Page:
smn
aQuieterBreeze
 #26 
Hi Mandy,

I think that "back and forth" stuff is part of the journey. Many steps foreward, sometimes a step back.

You mentioned-
I think I'm back on track even though I got really upset again thinking I was doing so well.

I know that feeling, it sent me to tears during a setback a couple months ago.
A vacuum cleaner running in a store hit my hearing fast and hard.
Among other things It caused my sound sensitivity to greatly increase again and my tinnitus to as well.
But, to remember that I had been doing well- helped alot and to remember that even though setbacks happen, I also get through them, helps.
It also helped me to remember that others have also been through setbacks- and gotten better too.
(And I get through them better than before- maybe in part because I work through them using whatever I can in the way of sound, be it nature sounds or music, even if I have to turn it down or choose different, quieter, selections that my hearing is better able to tolerate at those times.)

Does your sound sensitivity also increase when your tinnitus does? Or does that stay better all the time for you?

T spikes by themselves can be distracting and make us wonder what is going on-
For me knowing that certain things cause mine to do that, and knowing that when those certain things are no longer present- my tinnitus will settle back down, allows me to not be as focused it, and usually not be as distracted or disturbed by it either.

You also mention-
Because I had gone a few weeks without it bothering me and without it being so loud you start think you are getting better and it will gradually subside. I felt lulled into a false sense of security.

I know what you  mean there too- mine has been more noticeable lately, where as it had settled down before- and I wonder if it will get quieter again- but as I think back I know I have been through this before- wondering if it would quiet down ever again- and mine has- so I will just take things as they are for now, and keep working on improving my overall tolerances to sound, balancing the music I listen to with not increasing my tinnitus too much at the same time.

and also-
But unfortunately the nature of this illness is that it does what it wants...when it wants...as loud as it wants !!!

I prefer not to think of it as an illness - but to think of it as a condition.

And I really  like the thought from Dr.Nagler-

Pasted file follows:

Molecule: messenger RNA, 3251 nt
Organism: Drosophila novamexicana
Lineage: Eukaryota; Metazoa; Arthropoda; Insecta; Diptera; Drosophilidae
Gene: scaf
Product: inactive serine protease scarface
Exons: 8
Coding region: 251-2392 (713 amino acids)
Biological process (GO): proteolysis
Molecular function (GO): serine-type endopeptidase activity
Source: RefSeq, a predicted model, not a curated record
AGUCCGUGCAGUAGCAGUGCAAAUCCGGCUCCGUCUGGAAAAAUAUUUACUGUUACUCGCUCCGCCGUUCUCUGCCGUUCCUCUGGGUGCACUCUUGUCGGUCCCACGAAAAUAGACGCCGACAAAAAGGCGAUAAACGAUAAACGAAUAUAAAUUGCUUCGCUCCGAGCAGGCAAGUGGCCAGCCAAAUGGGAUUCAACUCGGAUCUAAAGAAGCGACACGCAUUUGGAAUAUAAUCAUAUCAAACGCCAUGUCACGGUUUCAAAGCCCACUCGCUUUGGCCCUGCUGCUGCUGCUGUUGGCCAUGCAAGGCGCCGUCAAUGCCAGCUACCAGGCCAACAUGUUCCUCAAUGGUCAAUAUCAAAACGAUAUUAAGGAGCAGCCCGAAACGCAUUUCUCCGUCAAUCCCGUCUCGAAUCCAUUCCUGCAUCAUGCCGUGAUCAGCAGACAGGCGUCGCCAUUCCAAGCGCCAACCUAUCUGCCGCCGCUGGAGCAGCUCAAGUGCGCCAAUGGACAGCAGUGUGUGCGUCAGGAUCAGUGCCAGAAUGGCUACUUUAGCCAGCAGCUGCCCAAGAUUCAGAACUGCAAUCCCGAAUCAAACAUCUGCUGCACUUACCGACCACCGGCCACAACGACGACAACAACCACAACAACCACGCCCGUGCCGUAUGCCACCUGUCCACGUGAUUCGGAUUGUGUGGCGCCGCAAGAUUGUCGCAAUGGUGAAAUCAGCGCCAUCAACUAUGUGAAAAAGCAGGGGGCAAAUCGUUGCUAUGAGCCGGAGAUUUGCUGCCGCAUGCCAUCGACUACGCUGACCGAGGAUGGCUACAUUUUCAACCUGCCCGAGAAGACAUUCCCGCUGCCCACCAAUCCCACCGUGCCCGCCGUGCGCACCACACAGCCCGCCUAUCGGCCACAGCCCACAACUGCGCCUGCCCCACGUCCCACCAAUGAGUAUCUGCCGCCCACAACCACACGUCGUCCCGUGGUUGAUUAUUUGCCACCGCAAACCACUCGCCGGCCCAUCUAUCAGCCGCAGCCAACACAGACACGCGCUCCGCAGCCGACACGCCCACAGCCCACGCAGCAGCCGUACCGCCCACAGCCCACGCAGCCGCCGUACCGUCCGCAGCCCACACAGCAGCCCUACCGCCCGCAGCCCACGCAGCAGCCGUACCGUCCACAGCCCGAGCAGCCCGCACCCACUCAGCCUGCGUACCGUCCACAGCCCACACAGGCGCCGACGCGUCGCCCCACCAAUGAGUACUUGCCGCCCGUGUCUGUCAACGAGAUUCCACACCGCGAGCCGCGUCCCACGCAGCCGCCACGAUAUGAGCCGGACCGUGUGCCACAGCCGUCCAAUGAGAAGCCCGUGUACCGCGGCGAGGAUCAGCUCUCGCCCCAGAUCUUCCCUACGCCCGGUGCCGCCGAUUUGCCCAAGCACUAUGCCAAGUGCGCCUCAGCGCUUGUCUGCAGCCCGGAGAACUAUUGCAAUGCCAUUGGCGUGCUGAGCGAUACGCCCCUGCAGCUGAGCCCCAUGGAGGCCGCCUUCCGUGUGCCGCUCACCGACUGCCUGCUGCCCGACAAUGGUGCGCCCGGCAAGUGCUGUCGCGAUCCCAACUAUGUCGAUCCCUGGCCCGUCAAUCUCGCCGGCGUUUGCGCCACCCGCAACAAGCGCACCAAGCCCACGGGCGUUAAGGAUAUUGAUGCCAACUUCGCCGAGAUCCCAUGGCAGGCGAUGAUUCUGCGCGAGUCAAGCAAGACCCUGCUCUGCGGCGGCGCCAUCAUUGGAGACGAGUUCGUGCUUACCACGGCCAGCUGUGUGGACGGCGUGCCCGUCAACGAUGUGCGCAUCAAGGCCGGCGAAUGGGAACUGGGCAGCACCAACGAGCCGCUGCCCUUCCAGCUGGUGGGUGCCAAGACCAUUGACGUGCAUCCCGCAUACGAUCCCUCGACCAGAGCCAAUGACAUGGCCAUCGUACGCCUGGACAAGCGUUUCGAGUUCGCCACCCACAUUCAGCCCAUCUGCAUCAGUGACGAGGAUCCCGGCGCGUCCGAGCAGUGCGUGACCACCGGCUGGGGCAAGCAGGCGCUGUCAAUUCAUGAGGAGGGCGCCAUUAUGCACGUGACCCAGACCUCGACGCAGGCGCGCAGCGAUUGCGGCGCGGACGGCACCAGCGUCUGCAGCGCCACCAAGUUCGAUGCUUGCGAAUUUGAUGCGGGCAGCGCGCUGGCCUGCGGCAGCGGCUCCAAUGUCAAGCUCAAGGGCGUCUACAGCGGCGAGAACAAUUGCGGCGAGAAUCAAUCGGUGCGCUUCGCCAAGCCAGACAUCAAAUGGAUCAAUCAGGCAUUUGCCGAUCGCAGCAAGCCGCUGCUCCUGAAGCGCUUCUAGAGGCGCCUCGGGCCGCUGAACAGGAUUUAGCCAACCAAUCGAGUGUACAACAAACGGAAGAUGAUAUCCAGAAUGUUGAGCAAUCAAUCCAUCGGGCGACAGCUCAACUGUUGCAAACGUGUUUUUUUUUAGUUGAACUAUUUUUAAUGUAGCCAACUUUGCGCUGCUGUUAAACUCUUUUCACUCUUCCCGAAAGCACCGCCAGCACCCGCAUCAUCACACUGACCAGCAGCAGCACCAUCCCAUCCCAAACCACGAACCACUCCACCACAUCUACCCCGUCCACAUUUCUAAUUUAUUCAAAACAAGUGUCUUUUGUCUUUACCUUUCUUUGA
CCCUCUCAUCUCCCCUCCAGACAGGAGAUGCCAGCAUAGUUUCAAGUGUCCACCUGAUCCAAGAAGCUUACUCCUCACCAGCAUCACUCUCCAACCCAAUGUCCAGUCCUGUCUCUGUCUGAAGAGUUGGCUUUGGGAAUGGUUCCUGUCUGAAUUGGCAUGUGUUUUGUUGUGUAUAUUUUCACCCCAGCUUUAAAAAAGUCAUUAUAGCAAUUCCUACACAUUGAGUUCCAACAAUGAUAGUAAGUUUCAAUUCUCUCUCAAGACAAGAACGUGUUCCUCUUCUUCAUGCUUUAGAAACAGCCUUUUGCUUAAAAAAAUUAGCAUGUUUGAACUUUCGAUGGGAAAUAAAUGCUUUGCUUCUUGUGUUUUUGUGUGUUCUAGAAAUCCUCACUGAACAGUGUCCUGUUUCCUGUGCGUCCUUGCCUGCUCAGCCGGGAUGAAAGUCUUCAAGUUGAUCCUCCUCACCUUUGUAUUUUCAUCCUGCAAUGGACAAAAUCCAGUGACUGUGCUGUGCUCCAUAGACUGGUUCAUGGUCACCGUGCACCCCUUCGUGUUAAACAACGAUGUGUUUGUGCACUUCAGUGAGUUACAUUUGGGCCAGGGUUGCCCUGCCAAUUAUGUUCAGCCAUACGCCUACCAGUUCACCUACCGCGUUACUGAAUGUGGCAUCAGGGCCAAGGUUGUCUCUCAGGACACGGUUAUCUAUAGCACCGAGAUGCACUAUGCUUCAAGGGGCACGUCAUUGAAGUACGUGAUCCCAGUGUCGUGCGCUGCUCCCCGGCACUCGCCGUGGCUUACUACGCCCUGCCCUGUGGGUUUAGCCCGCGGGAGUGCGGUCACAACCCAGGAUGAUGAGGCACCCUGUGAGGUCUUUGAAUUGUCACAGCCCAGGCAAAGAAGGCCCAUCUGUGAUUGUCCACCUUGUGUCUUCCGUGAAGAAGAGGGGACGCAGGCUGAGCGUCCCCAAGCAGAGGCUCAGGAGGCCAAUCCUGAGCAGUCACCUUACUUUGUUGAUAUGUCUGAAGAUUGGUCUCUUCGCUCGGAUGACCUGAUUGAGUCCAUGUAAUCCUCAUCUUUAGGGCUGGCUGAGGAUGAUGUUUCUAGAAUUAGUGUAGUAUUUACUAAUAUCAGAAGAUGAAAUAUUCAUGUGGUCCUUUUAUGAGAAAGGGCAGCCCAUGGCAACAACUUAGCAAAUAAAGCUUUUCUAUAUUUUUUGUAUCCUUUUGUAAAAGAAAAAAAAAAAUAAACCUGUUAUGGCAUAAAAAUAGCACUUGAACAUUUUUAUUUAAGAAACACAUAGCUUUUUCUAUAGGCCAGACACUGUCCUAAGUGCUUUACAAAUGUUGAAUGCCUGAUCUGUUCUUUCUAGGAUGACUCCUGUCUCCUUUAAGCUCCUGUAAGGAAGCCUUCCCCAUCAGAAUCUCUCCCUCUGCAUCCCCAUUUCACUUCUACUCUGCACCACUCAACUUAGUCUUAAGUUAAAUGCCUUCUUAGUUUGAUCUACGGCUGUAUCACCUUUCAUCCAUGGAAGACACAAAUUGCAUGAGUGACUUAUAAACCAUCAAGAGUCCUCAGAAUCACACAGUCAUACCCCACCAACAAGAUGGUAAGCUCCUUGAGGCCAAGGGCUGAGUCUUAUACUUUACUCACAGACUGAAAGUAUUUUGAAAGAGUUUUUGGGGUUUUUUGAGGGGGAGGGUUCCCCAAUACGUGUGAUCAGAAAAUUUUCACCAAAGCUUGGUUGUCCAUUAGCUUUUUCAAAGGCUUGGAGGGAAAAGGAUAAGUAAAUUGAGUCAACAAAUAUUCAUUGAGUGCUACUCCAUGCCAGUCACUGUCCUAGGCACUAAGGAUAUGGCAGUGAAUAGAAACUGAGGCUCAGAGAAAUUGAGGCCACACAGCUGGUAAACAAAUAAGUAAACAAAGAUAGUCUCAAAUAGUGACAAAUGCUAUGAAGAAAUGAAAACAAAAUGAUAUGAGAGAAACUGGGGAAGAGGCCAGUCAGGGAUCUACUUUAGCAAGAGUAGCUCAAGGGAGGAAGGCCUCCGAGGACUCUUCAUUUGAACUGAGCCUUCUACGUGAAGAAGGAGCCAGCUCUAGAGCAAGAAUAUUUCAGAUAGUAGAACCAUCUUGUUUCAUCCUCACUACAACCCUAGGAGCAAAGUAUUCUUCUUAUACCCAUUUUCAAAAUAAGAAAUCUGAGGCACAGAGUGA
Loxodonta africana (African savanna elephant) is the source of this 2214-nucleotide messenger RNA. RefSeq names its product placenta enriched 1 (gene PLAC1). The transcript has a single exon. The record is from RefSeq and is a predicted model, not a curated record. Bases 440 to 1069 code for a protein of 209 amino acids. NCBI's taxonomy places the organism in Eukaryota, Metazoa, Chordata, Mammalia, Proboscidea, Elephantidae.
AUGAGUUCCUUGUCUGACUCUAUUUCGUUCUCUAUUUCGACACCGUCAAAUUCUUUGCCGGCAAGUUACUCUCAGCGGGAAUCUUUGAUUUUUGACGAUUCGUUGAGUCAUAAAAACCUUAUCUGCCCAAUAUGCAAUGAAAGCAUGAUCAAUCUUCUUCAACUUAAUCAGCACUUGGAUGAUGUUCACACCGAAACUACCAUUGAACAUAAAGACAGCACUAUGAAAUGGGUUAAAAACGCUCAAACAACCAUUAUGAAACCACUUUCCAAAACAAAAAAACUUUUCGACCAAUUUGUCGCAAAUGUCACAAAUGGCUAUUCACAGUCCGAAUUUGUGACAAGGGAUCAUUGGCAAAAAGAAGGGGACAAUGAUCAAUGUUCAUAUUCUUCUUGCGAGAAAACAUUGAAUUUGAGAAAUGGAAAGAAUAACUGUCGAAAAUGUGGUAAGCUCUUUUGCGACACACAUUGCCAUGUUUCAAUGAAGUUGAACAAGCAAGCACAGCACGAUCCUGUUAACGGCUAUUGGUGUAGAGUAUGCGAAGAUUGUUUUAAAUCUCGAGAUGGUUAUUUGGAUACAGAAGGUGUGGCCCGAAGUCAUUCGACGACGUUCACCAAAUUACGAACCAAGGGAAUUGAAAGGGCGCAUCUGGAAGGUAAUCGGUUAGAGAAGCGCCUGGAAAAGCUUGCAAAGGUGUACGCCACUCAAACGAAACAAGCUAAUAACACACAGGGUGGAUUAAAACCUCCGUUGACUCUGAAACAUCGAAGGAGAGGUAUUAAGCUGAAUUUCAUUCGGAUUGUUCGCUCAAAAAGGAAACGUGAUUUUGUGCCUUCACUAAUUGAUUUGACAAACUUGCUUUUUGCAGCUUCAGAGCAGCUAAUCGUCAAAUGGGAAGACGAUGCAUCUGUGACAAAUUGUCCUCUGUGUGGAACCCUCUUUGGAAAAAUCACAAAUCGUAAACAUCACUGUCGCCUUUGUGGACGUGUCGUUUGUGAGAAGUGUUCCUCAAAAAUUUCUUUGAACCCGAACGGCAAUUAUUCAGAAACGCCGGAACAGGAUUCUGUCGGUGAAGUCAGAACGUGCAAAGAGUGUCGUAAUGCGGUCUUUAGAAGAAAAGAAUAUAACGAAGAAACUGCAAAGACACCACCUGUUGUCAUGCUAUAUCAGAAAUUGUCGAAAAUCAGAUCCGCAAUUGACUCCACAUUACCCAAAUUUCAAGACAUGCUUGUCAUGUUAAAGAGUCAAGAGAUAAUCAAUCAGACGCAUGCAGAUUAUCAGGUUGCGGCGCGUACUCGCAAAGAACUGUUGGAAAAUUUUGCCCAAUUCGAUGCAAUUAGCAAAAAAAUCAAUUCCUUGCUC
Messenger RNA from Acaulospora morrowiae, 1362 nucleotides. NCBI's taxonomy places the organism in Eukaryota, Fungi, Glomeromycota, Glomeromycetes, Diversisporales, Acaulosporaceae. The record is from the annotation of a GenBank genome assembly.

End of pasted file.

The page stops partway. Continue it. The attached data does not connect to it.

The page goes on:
about tinnitus which we know can be loud at times-
and as he says-
... and as soft as it wants
Maccy
 #27 
Hi Breeze,

Thanks for your message and encouraging words. Thats why this board is so great, because people like yourself (and others) take time to reply when we need to hear something good and positive.

In reply to your question about H. When I first got this beck in March this year, the screaming noise was quite horrid and I never thought I'd get through it. With that noise I had a major sensitivity to sound. Crockery, knives and forks on plates, the TV was too loud, car doors shutting, the microwave etc etc you get the picture...but the H has actually subsided and I only wince now if something is quite high pitched and close to the ear. So that is a massive improvement. The sensitivity hasn't returned with the T spike so I suppose that is a really good thing.

Also you are right, it's not really an illness, it is a condition and thats really how I view it. I don't think I'm ill, don't know why I wrote that.

And yes Dr. Nagler is correct in saying.."as soft as it wants as well!"

Lets hope it's a quiet weekend. Oh by the way going out Saturday night for my Sisters birthday. This is the 1st time I will have gone into town where ther is lots of noise from bars and clubs and I am a bit nervous but so what. If the T spikes I shall not hear it until I return home and by then I will have had such a good time the trade off will be worth it !

Cheers
Mandy
DrChip
 #28 

could be increased fluid pressure in the INNER EAR: endlymphatic hydrops.  Patients often confuse this sensation with that of MIDDLE EAR fluid.  Ad Dr. Nagler said: the tympanogram will tell: if it shows normal/near normal middle ear pressure, suspect hydrops.  cb

johnny
 #29 
"could be increased fluid pressure in the INNER EAR: endlymphatic hydrops.  Patients often confuse this sensation with that of MIDDLE EAR fluid.  Ad Dr. Nagler said: the tympanogram will tell: if it shows normal/near normal middle ear pressure, suspect hydrops.  cb"

Hi DrChip,